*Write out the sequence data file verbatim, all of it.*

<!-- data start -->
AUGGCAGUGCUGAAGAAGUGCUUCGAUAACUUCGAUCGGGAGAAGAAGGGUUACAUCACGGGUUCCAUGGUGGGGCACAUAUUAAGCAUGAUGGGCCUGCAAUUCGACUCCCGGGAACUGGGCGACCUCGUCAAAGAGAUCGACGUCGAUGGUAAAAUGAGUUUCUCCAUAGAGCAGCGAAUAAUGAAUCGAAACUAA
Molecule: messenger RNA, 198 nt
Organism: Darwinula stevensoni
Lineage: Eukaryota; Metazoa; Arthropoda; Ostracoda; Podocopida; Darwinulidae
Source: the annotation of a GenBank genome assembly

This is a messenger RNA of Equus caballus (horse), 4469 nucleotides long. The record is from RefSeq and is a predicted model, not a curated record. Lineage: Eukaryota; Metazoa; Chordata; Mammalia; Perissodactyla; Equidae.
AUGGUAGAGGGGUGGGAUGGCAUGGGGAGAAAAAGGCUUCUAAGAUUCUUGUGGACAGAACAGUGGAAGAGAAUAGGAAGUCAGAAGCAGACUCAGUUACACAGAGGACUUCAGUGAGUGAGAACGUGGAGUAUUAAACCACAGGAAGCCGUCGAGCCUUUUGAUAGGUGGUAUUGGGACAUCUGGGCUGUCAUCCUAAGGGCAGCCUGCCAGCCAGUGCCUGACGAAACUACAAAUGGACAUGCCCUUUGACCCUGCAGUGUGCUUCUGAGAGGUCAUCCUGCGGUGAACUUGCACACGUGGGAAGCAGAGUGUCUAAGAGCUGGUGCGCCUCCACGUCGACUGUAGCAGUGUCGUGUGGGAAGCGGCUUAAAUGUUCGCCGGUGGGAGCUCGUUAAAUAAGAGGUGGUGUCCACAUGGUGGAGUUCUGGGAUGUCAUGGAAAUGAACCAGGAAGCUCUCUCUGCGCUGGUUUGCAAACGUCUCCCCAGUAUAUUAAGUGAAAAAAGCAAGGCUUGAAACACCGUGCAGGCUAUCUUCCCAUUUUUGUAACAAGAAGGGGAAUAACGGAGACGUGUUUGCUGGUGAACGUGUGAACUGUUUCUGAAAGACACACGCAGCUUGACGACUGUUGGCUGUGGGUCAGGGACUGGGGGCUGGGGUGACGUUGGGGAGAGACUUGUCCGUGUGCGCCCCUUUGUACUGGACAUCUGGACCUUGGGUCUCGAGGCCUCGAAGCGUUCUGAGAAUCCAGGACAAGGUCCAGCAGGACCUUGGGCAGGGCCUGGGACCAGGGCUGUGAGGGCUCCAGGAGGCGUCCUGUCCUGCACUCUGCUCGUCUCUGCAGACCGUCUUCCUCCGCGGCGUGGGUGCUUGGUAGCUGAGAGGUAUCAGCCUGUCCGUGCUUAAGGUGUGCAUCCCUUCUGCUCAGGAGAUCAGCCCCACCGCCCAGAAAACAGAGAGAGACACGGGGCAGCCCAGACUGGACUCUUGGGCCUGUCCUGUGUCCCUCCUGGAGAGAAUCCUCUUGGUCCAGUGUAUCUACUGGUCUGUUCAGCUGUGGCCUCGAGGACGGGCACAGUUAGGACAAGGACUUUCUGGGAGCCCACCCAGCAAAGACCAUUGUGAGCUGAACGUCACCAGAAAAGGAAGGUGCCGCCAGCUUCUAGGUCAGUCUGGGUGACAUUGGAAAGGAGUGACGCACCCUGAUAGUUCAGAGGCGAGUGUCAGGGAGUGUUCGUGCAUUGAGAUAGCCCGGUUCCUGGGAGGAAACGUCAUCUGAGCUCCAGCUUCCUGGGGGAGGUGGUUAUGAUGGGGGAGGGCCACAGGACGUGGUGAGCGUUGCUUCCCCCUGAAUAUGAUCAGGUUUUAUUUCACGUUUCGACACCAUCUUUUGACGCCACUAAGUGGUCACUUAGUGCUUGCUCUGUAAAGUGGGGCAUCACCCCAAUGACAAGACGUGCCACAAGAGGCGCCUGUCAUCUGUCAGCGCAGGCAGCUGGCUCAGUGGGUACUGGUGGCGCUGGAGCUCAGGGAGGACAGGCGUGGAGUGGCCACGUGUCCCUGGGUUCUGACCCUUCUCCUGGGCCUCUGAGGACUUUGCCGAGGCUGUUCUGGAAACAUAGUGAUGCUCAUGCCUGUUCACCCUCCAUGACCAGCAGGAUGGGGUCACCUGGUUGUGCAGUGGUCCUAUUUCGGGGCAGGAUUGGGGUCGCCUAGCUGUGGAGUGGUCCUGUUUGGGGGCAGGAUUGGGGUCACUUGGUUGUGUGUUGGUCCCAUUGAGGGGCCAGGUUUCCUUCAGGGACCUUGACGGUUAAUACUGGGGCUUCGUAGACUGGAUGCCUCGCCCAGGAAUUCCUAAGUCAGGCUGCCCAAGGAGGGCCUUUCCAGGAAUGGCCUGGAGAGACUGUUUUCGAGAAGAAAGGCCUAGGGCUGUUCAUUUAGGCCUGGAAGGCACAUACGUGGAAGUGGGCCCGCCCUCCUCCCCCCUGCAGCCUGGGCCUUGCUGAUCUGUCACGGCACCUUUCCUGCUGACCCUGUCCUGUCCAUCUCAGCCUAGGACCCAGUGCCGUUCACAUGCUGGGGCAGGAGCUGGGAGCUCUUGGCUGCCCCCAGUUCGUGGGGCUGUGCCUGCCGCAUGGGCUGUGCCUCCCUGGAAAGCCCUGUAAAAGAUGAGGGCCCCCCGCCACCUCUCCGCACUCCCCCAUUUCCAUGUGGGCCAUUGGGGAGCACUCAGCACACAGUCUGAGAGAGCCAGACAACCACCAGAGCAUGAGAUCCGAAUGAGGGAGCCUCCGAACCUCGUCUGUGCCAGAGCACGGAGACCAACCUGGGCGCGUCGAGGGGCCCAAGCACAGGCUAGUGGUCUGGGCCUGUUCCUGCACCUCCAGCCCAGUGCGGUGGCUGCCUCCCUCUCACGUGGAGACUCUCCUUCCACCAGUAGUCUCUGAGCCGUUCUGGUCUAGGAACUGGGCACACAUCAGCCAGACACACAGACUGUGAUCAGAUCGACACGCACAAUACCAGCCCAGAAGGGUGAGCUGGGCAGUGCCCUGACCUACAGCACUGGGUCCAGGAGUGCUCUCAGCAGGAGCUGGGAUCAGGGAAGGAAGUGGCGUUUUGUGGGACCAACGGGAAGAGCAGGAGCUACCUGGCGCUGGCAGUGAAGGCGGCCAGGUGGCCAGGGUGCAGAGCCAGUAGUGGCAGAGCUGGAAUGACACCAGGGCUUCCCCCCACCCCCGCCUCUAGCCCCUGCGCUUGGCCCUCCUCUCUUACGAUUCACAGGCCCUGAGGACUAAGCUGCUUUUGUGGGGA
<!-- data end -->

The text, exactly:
AUGGCAGUGCUGAAGAAGUGCUUCGAUAACUUCGAUCGGGAGAAGAAGGGUUACAUCACGGGUUCCAUGGUGGGGCACAUAUUAAGCAUGAUGGGCCUGCAAUUCGACUCCCGGGAACUGGGCGACCUCGUCAAAGAGAUCGACGUCGAUGGUAAAAUGAGUUUCUCCAUAGAGCAGCGAAUAAUGAAUCGAAACUAA
Molecule: messenger RNA, 198 nt
Organism: Darwinula stevensoni
Lineage: Eukaryota; Metazoa; Arthropoda; Ostracoda; Podocopida; Darwinulidae
Source: the annotation of a GenBank genome assembly

This is a messenger RNA of Equus caballus (horse), 4469 nucleotides long. The record is from RefSeq and is a predicted model, not a curated record. Lineage: Eukaryota; Metazoa; Chordata; Mammalia; Perissodactyla; Equidae.
AUGGUAGAGGGGUGGGAUGGCAUGGGGAGAAAAAGGCUUCUAAGAUUCUUGUGGACAGAACAGUGGAAGAGAAUAGGAAGUCAGAAGCAGACUCAGUUACACAGAGGACUUCAGUGAGUGAGAACGUGGAGUAUUAAACCACAGGAAGCCGUCGAGCCUUUUGAUAGGUGGUAUUGGGACAUCUGGGCUGUCAUCCUAAGGGCAGCCUGCCAGCCAGUGCCUGACGAAACUACAAAUGGACAUGCCCUUUGACCCUGCAGUGUGCUUCUGAGAGGUCAUCCUGCGGUGAACUUGCACACGUGGGAAGCAGAGUGUCUAAGAGCUGGUGCGCCUCCACGUCGACUGUAGCAGUGUCGUGUGGGAAGCGGCUUAAAUGUUCGCCGGUGGGAGCUCGUUAAAUAAGAGGUGGUGUCCACAUGGUGGAGUUCUGGGAUGUCAUGGAAAUGAACCAGGAAGCUCUCUCUGCGCUGGUUUGCAAACGUCUCCCCAGUAUAUUAAGUGAAAAAAGCAAGGCUUGAAACACCGUGCAGGCUAUCUUCCCAUUUUUGUAACAAGAAGGGGAAUAACGGAGACGUGUUUGCUGGUGAACGUGUGAACUGUUUCUGAAAGACACACGCAGCUUGACGACUGUUGGCUGUGGGUCAGGGACUGGGGGCUGGGGUGACGUUGGGGAGAGACUUGUCCGUGUGCGCCCCUUUGUACUGGACAUCUGGACCUUGGGUCUCGAGGCCUCGAAGCGUUCUGAGAAUCCAGGACAAGGUCCAGCAGGACCUUGGGCAGGGCCUGGGACCAGGGCUGUGAGGGCUCCAGGAGGCGUCCUGUCCUGCACUCUGCUCGUCUCUGCAGACCGUCUUCCUCCGCGGCGUGGGUGCUUGGUAGCUGAGAGGUAUCAGCCUGUCCGUGCUUAAGGUGUGCAUCCCUUCUGCUCAGGAGAUCAGCCCCACCGCCCAGAAAACAGAGAGAGACACGGGGCAGCCCAGACUGGACUCUUGGGCCUGUCCUGUGUCCCUCCUGGAGAGAAUCCUCUUGGUCCAGUGUAUCUACUGGUCUGUUCAGCUGUGGCCUCGAGGACGGGCACAGUUAGGACAAGGACUUUCUGGGAGCCCACCCAGCAAAGACCAUUGUGAGCUGAACGUCACCAGAAAAGGAAGGUGCCGCCAGCUUCUAGGUCAGUCUGGGUGACAUUGGAAAGGAGUGACGCACCCUGAUAGUUCAGAGGCGAGUGUCAGGGAGUGUUCGUGCAUUGAGAUAGCCCGGUUCCUGGGAGGAAACGUCAUCUGAGCUCCAGCUUCCUGGGGGAGGUGGUUAUGAUGGGGGAGGGCCACAGGACGUGGUGAGCGUUGCUUCCCCCUGAAUAUGAUCAGGUUUUAUUUCACGUUUCGACACCAUCUUUUGACGCCACUAAGUGGUCACUUAGUGCUUGCUCUGUAAAGUGGGGCAUCACCCCAAUGACAAGACGUGCCACAAGAGGCGCCUGUCAUCUGUCAGCGCAGGCAGCUGGCUCAGUGGGUACUGGUGGCGCUGGAGCUCAGGGAGGACAGGCGUGGAGUGGCCACGUGUCCCUGGGUUCUGACCCUUCUCCUGGGCCUCUGAGGACUUUGCCGAGGCUGUUCUGGAAACAUAGUGAUGCUCAUGCCUGUUCACCCUCCAUGACCAGCAGGAUGGGGUCACCUGGUUGUGCAGUGGUCCUAUUUCGGGGCAGGAUUGGGGUCGCCUAGCUGUGGAGUGGUCCUGUUUGGGGGCAGGAUUGGGGUCACUUGGUUGUGUGUUGGUCCCAUUGAGGGGCCAGGUUUCCUUCAGGGACCUUGACGGUUAAUACUGGGGCUUCGUAGACUGGAUGCCUCGCCCAGGAAUUCCUAAGUCAGGCUGCCCAAGGAGGGCCUUUCCAGGAAUGGCCUGGAGAGACUGUUUUCGAGAAGAAAGGCCUAGGGCUGUUCAUUUAGGCCUGGAAGGCACAUACGUGGAAGUGGGCCCGCCCUCCUCCCCCCUGCAGCCUGGGCCUUGCUGAUCUGUCACGGCACCUUUCCUGCUGACCCUGUCCUGUCCAUCUCAGCCUAGGACCCAGUGCCGUUCACAUGCUGGGGCAGGAGCUGGGAGCUCUUGGCUGCCCCCAGUUCGUGGGGCUGUGCCUGCCGCAUGGGCUGUGCCUCCCUGGAAAGCCCUGUAAAAGAUGAGGGCCCCCCGCCACCUCUCCGCACUCCCCCAUUUCCAUGUGGGCCAUUGGGGAGCACUCAGCACACAGUCUGAGAGAGCCAGACAACCACCAGAGCAUGAGAUCCGAAUGAGGGAGCCUCCGAACCUCGUCUGUGCCAGAGCACGGAGACCAACCUGGGCGCGUCGAGGGGCCCAAGCACAGGCUAGUGGUCUGGGCCUGUUCCUGCACCUCCAGCCCAGUGCGGUGGCUGCCUCCCUCUCACGUGGAGACUCUCCUUCCACCAGUAGUCUCUGAGCCGUUCUGGUCUAGGAACUGGGCACACAUCAGCCAGACACACAGACUGUGAUCAGAUCGACACGCACAAUACCAGCCCAGAAGGGUGAGCUGGGCAGUGCCCUGACCUACAGCACUGGGUCCAGGAGUGCUCUCAGCAGGAGCUGGGAUCAGGGAAGGAAGUGGCGUUUUGUGGGACCAACGGGAAGAGCAGGAGCUACCUGGCGCUGGCAGUGAAGGCGGCCAGGUGGCCAGGGUGCAGAGCCAGUAGUGGCAGAGCUGGAAUGACACCAGGGCUUCCCCCCACCCCCGCCUCUAGCCCCUGCGCUUGGCCCUCCUCUCUUACGAUUCACAGGCCCUGAGGACUAAGCUGCUUUUGUGGGGA